Years ago, my Uncle gave me the book Deep Economy: The Wealth of Communities and the Durable Future by Bill McKibben for Christmas. My Uncle had heard him talk and thought that I would be interested in the book and economics and ecological ideas it contained. Grad school precludes reading anything for fun so I have lots of books that I have been meaning to read and hence, I finally got around to reading this book. And I loved it.
This is a great book filled with great, big ideas that get you thinking. McKibben writes about our relationship, as humans, with each other, our communities, and our planet and how that relationship works in economic terms. He fills the book with rich examples and stories about a year of eating only locally grown food, radio stations and how they represent our community, that our American way of life is absolutely unsustainable to the planet if we exported it to countries like China and India, and offers ideas as to how we can live and grow our economy in a durable and sustainable way, both for our communities and for our planet.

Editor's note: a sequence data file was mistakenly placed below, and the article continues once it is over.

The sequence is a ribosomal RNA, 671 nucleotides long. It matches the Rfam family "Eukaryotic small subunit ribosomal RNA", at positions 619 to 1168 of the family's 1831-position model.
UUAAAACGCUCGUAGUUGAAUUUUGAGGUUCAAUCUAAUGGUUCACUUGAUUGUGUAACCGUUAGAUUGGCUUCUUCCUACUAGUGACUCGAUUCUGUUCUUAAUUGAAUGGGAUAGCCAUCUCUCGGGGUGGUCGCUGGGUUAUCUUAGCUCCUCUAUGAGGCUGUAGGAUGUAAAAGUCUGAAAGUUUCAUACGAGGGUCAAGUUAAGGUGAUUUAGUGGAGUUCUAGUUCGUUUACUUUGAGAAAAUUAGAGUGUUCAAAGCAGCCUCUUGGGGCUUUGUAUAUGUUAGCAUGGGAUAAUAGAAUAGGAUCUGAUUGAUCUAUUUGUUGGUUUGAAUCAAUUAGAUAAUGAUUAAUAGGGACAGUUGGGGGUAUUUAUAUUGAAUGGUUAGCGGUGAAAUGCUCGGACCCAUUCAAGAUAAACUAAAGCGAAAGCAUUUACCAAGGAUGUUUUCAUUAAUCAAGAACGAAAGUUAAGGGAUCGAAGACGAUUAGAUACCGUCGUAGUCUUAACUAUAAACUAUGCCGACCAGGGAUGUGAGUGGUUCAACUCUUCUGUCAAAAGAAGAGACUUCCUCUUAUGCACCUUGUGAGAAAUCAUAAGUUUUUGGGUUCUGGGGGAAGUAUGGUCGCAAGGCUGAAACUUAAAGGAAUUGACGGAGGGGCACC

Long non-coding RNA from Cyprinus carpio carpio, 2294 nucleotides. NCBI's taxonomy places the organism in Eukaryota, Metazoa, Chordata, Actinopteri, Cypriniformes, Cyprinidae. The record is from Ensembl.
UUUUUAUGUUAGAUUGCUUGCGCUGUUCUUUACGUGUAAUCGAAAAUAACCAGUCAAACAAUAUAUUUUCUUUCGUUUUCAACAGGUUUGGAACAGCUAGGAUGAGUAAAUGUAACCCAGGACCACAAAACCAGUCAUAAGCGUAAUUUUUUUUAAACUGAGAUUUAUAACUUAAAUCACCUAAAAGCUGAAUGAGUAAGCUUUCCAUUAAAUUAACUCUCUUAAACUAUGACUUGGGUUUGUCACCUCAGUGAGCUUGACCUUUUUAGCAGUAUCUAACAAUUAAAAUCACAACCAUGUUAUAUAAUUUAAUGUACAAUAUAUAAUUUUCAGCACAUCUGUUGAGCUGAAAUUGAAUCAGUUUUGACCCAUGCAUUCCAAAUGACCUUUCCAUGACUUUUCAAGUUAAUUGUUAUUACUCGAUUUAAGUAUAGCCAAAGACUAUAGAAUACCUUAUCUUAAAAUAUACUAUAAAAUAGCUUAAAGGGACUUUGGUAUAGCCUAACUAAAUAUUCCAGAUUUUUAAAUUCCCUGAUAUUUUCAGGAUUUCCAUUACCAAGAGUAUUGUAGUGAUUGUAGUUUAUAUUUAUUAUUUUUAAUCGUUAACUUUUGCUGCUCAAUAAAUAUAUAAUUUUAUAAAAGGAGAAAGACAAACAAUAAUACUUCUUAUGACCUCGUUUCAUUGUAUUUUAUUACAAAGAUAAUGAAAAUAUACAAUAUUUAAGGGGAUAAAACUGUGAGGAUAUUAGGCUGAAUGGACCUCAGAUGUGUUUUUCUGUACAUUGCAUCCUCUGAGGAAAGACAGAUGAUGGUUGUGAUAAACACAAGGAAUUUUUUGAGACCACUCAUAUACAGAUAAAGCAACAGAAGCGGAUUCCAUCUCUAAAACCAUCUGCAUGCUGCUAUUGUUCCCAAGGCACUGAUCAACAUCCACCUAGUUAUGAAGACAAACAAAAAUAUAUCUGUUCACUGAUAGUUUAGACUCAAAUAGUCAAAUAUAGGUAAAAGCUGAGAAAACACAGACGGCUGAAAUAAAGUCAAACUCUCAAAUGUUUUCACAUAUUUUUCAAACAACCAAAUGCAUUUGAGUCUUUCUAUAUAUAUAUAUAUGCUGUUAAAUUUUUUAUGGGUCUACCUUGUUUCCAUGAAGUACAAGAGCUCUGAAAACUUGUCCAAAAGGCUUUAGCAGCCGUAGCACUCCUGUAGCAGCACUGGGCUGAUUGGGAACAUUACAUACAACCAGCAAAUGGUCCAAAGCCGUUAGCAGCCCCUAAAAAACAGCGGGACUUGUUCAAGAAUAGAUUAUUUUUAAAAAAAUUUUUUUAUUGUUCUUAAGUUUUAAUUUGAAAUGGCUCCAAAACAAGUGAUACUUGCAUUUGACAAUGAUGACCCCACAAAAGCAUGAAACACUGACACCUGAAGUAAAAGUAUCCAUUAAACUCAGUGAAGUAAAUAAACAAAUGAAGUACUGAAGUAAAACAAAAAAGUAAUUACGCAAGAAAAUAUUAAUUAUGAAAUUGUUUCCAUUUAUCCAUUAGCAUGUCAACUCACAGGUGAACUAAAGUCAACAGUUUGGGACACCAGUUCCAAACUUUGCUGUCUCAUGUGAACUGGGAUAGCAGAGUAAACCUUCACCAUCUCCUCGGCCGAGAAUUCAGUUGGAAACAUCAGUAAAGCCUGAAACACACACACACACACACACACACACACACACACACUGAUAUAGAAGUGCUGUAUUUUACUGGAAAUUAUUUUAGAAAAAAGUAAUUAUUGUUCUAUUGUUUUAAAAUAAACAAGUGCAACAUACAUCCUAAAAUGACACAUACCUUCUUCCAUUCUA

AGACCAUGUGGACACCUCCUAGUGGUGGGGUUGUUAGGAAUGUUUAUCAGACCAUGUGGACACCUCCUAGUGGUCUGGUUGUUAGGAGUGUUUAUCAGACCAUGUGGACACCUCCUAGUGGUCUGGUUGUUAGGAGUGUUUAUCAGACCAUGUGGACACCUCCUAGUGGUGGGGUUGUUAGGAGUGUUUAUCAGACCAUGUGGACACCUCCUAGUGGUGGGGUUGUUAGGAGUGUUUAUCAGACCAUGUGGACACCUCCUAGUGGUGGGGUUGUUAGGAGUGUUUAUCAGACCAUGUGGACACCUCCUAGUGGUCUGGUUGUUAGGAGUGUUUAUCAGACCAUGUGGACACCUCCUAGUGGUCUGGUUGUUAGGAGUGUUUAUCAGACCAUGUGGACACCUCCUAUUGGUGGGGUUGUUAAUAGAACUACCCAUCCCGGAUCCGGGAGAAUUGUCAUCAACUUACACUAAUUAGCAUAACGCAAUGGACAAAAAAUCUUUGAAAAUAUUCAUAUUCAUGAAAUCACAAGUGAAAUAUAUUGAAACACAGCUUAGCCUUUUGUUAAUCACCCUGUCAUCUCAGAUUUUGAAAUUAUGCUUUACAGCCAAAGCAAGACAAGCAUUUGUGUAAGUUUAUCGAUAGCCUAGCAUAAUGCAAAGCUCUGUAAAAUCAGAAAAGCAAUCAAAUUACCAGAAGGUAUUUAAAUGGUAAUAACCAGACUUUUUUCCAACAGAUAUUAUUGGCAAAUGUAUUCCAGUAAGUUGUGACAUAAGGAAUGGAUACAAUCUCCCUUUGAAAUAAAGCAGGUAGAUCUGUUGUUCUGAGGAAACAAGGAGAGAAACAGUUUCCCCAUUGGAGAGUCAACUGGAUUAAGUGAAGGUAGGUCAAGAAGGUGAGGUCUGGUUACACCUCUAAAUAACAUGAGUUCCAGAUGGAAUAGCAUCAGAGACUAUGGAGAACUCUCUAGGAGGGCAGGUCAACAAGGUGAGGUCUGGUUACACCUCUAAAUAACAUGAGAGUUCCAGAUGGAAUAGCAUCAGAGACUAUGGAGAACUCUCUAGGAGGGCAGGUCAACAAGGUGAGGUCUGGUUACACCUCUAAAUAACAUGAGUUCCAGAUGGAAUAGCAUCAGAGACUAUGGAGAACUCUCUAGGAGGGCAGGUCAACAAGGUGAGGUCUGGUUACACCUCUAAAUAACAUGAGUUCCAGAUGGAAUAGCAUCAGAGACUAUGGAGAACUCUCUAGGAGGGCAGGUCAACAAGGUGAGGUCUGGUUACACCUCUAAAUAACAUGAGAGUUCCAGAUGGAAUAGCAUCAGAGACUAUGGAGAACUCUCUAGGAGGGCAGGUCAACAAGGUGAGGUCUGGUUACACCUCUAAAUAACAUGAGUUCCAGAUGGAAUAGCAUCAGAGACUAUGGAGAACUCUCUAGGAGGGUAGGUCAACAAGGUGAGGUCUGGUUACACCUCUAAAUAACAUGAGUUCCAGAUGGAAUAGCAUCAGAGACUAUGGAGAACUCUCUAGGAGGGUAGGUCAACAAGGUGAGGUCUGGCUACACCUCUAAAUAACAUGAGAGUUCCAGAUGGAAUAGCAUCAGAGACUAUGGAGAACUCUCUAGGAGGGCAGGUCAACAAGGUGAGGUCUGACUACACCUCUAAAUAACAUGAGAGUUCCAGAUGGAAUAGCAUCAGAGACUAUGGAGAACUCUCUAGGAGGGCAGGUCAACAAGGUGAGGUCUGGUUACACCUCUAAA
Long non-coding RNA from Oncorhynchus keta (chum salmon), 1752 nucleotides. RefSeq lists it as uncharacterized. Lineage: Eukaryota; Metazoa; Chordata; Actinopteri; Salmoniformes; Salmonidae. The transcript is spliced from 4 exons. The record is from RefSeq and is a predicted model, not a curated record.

The book was written in 2007 and is an interesting discussion to have knowing that the following year the boom would finally bust and we would fall into the Great Recession. McKibben makes the reader think about the local and global ecological and economic impact of our decisions to consume large quantities of oil for food, to buy larger houses and commute farther, to become so immersed in satellite radio, television and internet that we forget the local community we live in, the shipment of food around the world, the growth of third and second world economies and what the world will look like if they all follow the American growth model.
The book asks deep questions like: What should development look like?, Is continuous growth realistic or sustainable? Should the whole world strive to live like Americans? Does prosperity insulate us from relying on our communities?
I encourage everyone to read this book and expand your mind while pondering these deep questions. This is a great read for anyone interested in economics and ecology and shows the deep intertwined relationship between the two. It made me think harder about the economic and ecological choices that I make, why I make them, and what impact they have on my community and planet. Hopefully it will make you think too.
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